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Hundreds of dietary supplements are tainted with potentially harmful drugs

Fewer than half of these products were recalled by their makers

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2:29pm, October 12, 2018
pile and bottle of dietary supplements

TAINTED  Most of the nearly 800 dietary supplements flagged by the FDA as tainted with potentially harmful drugs from 2007 to 2016 were marketed to improve sex drive, help with weight loss or build muscle.

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From 2007 to 2016, the U.S. Food and Drug Administration flagged nearly 800 over-the-counter dietary supplements as tainted with potentially harmful pharmaceutical drugs, a study shows. Fewer than half of those products were recalled by their makers, scientists found. 

Researchers analyzed the FDA’s public database of tainted supplements, identifying both the type of contaminating ingredients they contained and how the products were marketed. Most of these supplements, which are allowed to contain only dietary ingredients, included drugs such as steroids, the active ingredient in Viagra and a weight loss drug banned from the U.S. market eight years ago. The products had been marketed primarily for sexual enhancement, weight loss or muscle building, scientists report online October 12 in JAMA Network Open.

More than half of American adults have reported taking dietary supplements, such as vitamins, minerals and other specialty products. More than 85,000 supplements are estimated to be available in the United States, and the FDA says it cannot test all of them.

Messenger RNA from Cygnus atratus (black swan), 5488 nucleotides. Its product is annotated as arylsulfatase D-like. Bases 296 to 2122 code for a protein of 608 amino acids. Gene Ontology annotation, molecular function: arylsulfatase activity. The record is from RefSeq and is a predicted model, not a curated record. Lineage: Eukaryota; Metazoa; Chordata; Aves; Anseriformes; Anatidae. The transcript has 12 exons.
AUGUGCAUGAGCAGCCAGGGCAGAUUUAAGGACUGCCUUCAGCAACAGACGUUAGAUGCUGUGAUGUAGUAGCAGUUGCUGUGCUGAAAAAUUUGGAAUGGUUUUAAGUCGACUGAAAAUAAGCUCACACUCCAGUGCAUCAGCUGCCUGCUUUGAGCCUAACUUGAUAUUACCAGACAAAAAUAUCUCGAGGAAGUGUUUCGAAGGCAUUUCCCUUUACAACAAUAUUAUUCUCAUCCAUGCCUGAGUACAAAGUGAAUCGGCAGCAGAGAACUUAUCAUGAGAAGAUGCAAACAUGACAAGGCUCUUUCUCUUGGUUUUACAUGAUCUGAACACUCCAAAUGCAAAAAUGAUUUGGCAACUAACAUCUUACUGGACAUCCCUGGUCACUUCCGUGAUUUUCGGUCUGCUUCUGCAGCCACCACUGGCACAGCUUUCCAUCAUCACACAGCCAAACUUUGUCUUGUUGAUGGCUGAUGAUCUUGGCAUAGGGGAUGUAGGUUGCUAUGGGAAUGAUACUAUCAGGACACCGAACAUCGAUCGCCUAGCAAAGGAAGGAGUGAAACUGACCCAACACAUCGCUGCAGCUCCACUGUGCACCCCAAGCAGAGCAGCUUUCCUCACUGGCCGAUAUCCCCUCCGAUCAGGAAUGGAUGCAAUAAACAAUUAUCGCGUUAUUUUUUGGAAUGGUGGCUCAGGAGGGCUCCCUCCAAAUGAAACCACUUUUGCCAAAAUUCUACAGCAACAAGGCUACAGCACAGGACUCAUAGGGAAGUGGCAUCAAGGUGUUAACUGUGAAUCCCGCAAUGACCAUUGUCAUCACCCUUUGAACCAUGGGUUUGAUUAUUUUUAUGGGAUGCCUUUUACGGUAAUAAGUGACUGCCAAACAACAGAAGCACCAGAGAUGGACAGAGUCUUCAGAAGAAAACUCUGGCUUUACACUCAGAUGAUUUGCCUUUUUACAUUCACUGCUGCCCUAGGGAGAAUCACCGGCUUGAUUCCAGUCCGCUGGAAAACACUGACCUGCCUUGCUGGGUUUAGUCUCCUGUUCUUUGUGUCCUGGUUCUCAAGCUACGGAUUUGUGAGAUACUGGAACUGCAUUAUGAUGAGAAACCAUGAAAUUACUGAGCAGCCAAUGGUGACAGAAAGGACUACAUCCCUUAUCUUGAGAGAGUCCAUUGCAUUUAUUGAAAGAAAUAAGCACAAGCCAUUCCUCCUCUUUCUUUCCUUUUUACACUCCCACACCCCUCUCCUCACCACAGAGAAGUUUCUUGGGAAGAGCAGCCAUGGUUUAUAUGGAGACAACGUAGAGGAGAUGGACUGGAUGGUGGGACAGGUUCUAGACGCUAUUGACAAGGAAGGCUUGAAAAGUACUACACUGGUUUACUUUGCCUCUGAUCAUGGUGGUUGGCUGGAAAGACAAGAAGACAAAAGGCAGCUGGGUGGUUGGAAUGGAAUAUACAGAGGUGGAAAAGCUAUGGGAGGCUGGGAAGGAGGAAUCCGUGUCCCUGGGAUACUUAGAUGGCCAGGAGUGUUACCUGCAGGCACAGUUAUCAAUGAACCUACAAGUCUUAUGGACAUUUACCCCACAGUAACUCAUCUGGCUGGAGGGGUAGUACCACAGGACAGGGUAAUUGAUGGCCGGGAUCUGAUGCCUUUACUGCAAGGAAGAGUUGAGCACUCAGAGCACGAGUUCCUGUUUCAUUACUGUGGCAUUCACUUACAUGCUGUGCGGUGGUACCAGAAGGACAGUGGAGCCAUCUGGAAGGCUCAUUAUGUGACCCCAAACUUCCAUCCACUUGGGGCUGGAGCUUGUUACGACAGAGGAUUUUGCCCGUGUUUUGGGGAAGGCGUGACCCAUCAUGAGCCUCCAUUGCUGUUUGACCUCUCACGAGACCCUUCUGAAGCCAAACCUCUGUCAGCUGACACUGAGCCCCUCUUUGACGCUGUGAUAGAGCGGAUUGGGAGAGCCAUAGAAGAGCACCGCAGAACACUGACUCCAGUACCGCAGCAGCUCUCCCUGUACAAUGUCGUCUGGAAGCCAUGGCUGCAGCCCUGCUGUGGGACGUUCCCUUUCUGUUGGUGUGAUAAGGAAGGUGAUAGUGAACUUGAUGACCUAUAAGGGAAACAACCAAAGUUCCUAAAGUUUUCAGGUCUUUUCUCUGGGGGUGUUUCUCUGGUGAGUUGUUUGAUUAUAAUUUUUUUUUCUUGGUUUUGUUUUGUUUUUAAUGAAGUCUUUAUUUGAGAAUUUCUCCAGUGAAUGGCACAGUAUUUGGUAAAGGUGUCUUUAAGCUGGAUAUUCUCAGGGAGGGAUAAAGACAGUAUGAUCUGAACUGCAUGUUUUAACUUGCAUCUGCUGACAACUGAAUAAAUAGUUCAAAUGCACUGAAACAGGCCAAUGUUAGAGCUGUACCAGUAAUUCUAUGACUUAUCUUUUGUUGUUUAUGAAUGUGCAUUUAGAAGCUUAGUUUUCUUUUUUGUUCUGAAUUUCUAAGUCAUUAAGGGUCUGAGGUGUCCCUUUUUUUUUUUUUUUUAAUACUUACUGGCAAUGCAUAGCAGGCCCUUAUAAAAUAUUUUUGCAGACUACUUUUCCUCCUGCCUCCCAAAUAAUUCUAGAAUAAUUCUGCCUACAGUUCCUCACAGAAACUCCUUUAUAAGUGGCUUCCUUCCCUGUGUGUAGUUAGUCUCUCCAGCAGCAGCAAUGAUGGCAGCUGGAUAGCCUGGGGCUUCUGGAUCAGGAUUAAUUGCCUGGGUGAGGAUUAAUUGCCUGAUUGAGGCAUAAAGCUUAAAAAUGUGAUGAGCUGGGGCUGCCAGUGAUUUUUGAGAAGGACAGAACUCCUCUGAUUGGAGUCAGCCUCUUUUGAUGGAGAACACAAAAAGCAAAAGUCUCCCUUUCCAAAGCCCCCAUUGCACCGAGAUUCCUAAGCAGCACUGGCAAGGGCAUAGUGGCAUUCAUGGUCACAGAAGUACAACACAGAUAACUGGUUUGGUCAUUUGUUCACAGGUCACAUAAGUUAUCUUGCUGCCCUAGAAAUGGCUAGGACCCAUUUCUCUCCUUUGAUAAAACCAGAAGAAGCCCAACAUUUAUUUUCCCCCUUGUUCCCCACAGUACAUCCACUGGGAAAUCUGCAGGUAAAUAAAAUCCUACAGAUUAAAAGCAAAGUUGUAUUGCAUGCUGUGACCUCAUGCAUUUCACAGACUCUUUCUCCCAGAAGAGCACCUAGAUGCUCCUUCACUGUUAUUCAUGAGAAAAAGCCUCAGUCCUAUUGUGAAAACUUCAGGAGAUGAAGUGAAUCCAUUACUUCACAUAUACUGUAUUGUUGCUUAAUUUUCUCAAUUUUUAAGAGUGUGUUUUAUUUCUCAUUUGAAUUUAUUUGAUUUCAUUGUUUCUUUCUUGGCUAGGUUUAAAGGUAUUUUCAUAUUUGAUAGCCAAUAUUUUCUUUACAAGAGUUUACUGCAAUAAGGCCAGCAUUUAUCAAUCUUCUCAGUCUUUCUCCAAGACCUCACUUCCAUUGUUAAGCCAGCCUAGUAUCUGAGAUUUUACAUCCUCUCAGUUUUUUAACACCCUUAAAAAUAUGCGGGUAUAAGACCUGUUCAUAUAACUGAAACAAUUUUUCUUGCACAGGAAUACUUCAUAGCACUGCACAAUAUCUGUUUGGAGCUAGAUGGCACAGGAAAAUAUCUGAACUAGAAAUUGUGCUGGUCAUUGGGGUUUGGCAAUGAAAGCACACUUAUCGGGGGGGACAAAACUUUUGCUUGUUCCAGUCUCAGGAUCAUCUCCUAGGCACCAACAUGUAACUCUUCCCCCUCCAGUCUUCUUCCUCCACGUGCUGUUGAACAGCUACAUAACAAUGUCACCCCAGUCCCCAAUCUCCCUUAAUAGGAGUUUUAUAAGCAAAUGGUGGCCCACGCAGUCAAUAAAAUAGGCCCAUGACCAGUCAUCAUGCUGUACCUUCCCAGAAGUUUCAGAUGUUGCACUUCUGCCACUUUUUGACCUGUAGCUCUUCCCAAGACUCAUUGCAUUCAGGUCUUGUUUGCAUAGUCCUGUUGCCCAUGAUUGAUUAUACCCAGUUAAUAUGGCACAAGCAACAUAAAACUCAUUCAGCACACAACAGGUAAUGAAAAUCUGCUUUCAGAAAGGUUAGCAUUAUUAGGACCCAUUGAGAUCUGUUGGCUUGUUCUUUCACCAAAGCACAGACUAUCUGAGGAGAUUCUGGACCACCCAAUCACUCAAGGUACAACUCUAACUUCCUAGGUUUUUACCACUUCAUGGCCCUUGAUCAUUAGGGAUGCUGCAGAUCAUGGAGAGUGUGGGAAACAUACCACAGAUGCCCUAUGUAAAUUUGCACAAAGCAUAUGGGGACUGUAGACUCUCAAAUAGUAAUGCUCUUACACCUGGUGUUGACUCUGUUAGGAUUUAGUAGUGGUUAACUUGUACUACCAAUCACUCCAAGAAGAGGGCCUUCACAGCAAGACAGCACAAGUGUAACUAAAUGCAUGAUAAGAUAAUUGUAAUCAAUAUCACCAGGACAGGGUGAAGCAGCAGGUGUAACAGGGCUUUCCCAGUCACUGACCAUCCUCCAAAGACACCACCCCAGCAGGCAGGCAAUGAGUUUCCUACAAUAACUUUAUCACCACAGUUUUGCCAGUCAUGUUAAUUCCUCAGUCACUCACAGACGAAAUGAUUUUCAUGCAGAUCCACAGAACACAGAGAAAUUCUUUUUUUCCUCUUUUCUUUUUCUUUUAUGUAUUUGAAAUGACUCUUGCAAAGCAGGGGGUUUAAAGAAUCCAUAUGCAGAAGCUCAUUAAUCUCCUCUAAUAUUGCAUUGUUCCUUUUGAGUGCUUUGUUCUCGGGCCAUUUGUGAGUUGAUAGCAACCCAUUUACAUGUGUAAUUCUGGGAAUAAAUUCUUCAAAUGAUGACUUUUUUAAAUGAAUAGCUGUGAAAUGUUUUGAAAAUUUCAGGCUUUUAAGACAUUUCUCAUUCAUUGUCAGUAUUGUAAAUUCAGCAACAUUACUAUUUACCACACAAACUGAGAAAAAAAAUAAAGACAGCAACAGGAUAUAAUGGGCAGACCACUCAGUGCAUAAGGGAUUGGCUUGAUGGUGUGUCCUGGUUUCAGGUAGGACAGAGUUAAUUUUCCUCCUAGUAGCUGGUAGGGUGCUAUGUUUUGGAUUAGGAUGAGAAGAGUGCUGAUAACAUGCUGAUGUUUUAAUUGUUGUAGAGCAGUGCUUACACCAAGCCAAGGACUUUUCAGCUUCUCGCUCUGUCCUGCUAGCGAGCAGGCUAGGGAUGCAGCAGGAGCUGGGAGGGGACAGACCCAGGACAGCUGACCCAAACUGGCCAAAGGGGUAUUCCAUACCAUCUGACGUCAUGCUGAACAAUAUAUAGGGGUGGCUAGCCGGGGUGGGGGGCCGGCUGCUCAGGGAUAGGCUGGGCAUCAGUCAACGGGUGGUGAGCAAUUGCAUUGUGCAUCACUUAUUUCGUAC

No No’s

These pharmaceutical ingredients are not permitted in dietary supplements, but were found to be contaminating supplements.


Sildenafil

  • What it is: A medication that dilates blood vessels in the penis, and is the active ingredient in Viagra
  • Health issue: Can lower blood pressure to levels that are unsafe for people taking medications for diabetes, high blood pressure or high cholesterol
  • Supplement type: Sexual enhancement

Sibutramine

  • What it is: An appetite suppressant removed from the U.S. market in 2010
  • Health issue: Increased risk of heart attack or stroke
  • Supplement type: Weight loss

Phenolphthalein 

  • What it is: A laxative removed from the U.S. market in 1999
  • Health issue: Potential carcinogen
  • Supplement type: Weight loss

Anabolic steroids

  • What they are: Chemicals related to the male sex hormone testosterone
  • Health issue: Associated with liver injury, kidney damage, heart attack and stroke
  • Supplement type: Muscle building

Aromatase inhibitors

  • What they are: A class of drugs that lower estrogen levels, and are used to treat breast cancer
  • Health issue: Associated with decreased bone growth, infertility, liver dysfunction
  • Supplement type: Muscle building

These supplements aren’t subject to the same regulations, testing and approval process that are required for pharmaceutical drugs. But if the FDA identifies tainted supplements after they’re on the market, the agency can issue public warnings or suggest the company voluntarily remove the product.